Crickets have taken refuge in cities across Texas and are at an all-time high in the Dallas-Fort Worth areas, creating a large presence at UNT.
As the temperature starts to drop, crickets, which are also attracted to lights, tend to seek out warmer and more habitable homes to minimize their interaction with colder temperatures.
“Some of these critters seek warmer temperatures and don’t mind moving inside human habitation or wherever temperatures are more moderate,” Dr. Kenneth Steigman, the director of Lewisville Lake Environmental Learning Area said. “Environmental conditions in any given year can produce a surplus or little with regard to reproduction in all plants and animals.”
When they are not flocked to the nearest lamp post, crickets have scattered all throughout campus in search of finding homes to take on the oncoming winter.
UNT residence halls have had the most cricket attraction throughout this season with crickets littering the perimeters of the doorways and building fronts.
“With the attraction to light, this population increase could possibly be from all of the construction going on and or the new parking lot lamp posts for the lot,” Associate Director of Housing Craig Zemmin said.
Traditions Hall and Legends Hall leads with the greatest amount of crickets, but they are ubiquitous throughout the residence halls on campus.
Due to mild winters and wet springs, which Denton had previously experienced, crickets are drawn out and have amounted to a greater population than they had been before.
“This past year is the worst I’ve ever seen them,” Zemmin said. “It’s an issue and we need to get rid of them.”
UNT followed through with multiple methods in attempts to reduce the sight of crickets on campus and or near the residence halls.
At the start of this cricket outbreak, Zemmin said UNT contacted pest control specialists right away for treatment options and also found alternative methods that could be done by the custodial staff while waiting for the treatments to take effect.
“We want to litigate the landscaping as much as we possibly can,” Zemmin said. “This method has proven to work very effectively here on campus with prior use.”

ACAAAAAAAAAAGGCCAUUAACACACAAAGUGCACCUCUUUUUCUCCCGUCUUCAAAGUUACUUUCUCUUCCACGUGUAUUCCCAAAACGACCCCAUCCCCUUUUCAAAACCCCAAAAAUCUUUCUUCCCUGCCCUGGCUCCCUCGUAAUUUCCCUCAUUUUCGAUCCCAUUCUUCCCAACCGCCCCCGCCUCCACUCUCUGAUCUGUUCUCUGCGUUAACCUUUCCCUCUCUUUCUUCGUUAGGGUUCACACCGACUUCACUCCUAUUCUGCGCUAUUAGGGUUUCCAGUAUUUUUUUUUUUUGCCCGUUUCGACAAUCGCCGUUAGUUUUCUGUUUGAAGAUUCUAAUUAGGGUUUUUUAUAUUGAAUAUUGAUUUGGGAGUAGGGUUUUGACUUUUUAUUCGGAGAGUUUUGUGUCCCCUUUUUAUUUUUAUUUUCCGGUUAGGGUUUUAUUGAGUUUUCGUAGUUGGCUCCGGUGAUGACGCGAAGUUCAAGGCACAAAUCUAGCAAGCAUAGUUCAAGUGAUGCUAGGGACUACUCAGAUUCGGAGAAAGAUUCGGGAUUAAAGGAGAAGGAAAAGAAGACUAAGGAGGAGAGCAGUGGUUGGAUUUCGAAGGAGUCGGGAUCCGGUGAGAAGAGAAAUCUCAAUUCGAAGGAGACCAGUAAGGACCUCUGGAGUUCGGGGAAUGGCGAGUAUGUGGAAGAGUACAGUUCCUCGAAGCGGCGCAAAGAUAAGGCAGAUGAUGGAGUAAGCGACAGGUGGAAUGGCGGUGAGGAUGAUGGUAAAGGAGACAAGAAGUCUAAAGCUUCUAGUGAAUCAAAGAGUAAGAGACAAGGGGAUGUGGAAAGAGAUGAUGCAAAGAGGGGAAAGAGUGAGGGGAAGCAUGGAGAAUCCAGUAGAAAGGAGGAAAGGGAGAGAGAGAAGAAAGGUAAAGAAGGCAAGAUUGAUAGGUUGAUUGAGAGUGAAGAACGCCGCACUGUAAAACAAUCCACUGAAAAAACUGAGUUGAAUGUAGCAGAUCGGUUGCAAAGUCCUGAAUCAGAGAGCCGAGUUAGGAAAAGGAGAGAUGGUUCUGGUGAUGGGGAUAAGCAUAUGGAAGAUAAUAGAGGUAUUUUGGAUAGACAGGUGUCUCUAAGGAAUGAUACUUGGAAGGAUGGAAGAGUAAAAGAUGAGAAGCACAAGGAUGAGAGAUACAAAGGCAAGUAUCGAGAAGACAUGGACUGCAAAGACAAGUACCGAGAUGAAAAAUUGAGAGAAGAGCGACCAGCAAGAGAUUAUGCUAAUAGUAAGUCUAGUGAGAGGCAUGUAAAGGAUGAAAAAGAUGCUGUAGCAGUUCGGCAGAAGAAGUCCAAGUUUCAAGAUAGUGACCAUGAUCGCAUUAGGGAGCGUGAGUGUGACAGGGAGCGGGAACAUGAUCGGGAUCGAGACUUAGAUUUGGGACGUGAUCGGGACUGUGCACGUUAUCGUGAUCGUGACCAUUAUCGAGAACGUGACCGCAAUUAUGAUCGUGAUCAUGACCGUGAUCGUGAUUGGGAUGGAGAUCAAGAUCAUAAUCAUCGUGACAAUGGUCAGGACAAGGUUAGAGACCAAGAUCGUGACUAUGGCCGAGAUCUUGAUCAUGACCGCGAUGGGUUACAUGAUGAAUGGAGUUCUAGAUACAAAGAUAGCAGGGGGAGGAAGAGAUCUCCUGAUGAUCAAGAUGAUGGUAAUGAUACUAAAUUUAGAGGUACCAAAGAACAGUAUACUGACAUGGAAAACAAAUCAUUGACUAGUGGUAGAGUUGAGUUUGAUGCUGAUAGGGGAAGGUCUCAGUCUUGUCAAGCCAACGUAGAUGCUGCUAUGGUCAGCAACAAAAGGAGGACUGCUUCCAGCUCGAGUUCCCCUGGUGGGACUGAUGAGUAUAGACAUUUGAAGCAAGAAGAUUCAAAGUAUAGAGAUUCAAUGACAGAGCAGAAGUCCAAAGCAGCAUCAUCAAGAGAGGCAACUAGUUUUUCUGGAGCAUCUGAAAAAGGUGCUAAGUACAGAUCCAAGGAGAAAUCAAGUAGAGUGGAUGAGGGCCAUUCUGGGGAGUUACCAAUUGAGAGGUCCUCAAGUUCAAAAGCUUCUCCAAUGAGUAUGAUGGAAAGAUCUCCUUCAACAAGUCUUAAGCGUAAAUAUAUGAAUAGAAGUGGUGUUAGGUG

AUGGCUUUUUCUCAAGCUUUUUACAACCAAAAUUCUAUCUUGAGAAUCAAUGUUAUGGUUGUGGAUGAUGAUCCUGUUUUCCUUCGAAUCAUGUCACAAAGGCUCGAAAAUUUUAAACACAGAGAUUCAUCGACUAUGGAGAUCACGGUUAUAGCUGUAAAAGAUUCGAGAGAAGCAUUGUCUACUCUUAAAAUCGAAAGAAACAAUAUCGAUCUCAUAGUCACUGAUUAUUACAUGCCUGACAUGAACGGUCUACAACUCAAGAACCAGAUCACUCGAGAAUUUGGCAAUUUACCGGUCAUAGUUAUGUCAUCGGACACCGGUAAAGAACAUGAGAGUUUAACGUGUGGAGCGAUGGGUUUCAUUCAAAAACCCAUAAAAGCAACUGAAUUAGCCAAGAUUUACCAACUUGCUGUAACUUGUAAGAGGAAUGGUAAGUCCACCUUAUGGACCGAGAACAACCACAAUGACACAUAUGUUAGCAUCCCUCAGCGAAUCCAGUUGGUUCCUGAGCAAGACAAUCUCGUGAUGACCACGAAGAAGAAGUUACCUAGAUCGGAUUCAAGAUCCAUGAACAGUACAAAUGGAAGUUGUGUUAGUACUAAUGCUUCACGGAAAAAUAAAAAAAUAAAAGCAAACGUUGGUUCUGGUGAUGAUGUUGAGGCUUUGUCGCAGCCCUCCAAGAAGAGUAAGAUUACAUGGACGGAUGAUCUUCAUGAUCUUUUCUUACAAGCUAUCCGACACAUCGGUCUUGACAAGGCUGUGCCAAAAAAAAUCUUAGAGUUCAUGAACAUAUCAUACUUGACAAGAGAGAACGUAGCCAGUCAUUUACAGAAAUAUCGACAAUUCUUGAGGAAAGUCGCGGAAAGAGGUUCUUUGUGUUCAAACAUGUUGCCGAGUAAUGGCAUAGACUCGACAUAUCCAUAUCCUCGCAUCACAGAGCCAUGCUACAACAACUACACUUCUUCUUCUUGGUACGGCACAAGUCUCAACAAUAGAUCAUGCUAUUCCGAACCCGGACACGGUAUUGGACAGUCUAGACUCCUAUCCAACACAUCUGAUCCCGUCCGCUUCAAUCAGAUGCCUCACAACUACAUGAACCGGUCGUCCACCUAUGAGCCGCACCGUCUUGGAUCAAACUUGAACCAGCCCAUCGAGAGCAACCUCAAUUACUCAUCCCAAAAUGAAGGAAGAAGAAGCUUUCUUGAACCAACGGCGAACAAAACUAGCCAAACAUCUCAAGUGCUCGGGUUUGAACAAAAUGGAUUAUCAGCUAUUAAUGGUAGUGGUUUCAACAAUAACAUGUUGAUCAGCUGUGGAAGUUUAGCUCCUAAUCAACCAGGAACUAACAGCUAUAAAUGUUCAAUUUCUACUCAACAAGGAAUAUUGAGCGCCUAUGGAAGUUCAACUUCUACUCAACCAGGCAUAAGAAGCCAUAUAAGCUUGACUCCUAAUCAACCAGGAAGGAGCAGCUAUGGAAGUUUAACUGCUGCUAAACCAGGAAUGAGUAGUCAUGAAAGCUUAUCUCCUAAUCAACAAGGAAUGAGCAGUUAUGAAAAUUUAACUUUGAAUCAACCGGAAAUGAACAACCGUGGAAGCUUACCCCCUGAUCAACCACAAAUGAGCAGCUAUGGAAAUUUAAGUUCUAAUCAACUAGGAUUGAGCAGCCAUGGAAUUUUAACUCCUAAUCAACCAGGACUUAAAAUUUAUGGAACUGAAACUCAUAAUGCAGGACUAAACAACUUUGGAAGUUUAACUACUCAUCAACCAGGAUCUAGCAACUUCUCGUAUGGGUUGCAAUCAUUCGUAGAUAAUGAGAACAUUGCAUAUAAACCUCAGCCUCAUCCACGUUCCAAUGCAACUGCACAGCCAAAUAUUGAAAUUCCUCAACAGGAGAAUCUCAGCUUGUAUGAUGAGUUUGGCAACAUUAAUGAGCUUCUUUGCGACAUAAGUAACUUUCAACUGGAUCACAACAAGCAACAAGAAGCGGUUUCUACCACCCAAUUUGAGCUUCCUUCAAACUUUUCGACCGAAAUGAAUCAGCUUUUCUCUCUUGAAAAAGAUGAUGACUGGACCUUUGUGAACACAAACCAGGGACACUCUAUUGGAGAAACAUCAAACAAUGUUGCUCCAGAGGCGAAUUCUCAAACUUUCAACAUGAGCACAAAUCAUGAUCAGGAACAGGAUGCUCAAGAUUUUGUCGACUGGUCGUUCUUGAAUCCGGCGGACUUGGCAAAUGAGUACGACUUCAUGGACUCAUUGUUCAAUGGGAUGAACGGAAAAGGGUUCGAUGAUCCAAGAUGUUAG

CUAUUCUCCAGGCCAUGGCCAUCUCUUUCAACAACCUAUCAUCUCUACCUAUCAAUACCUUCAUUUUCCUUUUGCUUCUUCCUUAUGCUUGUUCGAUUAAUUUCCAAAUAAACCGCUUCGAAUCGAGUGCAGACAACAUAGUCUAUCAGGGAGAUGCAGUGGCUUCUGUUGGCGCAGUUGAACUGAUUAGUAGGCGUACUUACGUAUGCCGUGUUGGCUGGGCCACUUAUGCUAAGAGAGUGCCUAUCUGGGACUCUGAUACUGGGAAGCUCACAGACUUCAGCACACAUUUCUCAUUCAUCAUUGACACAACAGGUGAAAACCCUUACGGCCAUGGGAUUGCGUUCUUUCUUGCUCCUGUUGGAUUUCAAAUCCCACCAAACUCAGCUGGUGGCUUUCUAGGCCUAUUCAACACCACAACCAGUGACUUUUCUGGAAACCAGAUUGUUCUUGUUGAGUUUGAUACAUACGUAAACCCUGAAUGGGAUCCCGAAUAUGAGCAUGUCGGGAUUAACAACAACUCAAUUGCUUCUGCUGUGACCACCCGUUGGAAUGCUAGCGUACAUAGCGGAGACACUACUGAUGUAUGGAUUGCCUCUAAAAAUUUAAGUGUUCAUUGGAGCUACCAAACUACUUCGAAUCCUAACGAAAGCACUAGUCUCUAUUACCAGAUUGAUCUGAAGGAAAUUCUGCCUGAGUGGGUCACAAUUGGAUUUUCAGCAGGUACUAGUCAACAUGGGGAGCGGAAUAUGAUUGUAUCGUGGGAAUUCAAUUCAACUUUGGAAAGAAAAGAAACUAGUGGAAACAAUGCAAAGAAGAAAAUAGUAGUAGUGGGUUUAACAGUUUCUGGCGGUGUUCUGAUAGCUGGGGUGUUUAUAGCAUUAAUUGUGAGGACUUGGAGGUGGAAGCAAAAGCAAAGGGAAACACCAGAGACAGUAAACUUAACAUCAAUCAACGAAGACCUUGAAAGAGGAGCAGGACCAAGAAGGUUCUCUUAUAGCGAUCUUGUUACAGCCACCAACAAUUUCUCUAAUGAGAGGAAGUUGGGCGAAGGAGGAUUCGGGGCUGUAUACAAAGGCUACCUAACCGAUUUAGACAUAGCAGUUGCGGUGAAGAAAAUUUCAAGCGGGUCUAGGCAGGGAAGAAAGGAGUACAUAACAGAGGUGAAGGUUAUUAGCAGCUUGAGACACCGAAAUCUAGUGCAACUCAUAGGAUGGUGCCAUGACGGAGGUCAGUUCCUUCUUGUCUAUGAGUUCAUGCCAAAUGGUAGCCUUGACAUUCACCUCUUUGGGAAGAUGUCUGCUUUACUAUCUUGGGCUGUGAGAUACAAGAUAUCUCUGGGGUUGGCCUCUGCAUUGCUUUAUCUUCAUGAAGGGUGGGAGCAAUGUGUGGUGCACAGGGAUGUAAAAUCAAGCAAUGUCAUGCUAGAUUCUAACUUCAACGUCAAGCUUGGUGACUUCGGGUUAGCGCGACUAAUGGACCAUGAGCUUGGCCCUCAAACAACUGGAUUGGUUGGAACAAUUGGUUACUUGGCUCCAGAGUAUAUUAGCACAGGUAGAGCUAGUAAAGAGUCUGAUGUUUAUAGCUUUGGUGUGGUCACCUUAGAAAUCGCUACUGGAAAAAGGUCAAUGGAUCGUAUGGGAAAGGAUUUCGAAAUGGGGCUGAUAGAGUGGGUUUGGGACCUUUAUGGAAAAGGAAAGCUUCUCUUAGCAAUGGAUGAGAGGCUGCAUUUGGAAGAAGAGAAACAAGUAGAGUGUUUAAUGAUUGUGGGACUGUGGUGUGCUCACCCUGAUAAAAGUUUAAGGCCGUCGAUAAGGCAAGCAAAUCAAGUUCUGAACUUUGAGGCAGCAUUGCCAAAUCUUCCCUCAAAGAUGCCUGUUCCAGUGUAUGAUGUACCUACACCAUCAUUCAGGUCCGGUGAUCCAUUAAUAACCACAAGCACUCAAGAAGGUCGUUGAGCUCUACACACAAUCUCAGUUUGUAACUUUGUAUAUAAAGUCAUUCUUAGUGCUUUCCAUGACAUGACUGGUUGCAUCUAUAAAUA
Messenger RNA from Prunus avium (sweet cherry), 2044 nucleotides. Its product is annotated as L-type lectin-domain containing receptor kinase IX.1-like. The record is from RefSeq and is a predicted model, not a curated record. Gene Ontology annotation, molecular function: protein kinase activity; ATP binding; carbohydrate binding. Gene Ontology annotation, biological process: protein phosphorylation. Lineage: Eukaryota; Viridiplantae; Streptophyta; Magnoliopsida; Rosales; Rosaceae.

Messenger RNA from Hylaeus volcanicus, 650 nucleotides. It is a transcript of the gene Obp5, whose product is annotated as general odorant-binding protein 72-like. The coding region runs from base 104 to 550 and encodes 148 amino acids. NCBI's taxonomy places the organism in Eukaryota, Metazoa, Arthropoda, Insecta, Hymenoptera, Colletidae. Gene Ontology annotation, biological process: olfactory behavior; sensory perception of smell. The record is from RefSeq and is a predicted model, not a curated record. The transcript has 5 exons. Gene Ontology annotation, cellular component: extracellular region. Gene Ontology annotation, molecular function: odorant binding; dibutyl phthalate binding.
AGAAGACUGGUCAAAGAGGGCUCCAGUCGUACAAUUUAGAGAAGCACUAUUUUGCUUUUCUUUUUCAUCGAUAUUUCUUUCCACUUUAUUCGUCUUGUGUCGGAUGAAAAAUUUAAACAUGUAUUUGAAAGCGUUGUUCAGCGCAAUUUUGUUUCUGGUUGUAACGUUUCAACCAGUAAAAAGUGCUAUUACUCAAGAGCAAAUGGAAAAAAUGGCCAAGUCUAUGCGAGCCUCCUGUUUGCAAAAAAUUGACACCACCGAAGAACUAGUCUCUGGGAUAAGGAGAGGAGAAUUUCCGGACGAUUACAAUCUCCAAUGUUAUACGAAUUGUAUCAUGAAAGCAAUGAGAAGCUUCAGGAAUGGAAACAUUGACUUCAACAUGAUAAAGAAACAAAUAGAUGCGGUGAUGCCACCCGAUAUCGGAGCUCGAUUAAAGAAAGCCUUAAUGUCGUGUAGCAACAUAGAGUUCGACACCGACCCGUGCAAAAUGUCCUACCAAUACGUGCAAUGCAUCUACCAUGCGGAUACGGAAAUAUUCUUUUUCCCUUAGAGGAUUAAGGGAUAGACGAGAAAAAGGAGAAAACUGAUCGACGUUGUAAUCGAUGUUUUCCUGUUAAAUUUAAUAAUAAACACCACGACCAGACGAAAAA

Bruce Hall, known for its insect mascot, is an example of reducing the cricket population by changing the surrounding landscape. By doing so, professionals were able to move around and get rid of any decomposing crickets that had remained in spots that were not so easy to get to.
Zemmin suggested that the crickets, specifically at Traditions Hall, could be the outcome of the neighboring construction site. With the mass disturbances of the ground and the addition to lamp posts at the site, crickets fled to the nearest source to avoid the ongoing disruption.
“We hope to move forward and clean up as much as we possibly can,” Zemmin said. “If students continue to see these crickets, feel free to reach out to us [housing] so we can get it taken care of properly.”
What started as a regular occurrence in everyday life soon transformed into crickets being scattered in clumps around the campus crevices over the university.
“The crickets scare the hell out of me,” visual arts studies freshman Al Parker said. “I’ll just be walking to class or to my car at night and suddenly I’m surrounded in a sea of them.”
Parker compared the abundance of crickets to the game Tetris, as it made it hard to walk around the masses without getting a foot full of cricket guts.
“If the space isn’t already occupied by some other object, there’s likely to be crickets there,” Parker said.
In amidst of this cricket dilemma, UNT was not alone in the increasing numbers of visibility and or appearance. Other regions of the North Texas area had been undergoing the same issues.
However, the start of cooler weather will lead to the slow decrease of the cricket population around campus.
Featured Illustration: Miranda Thomas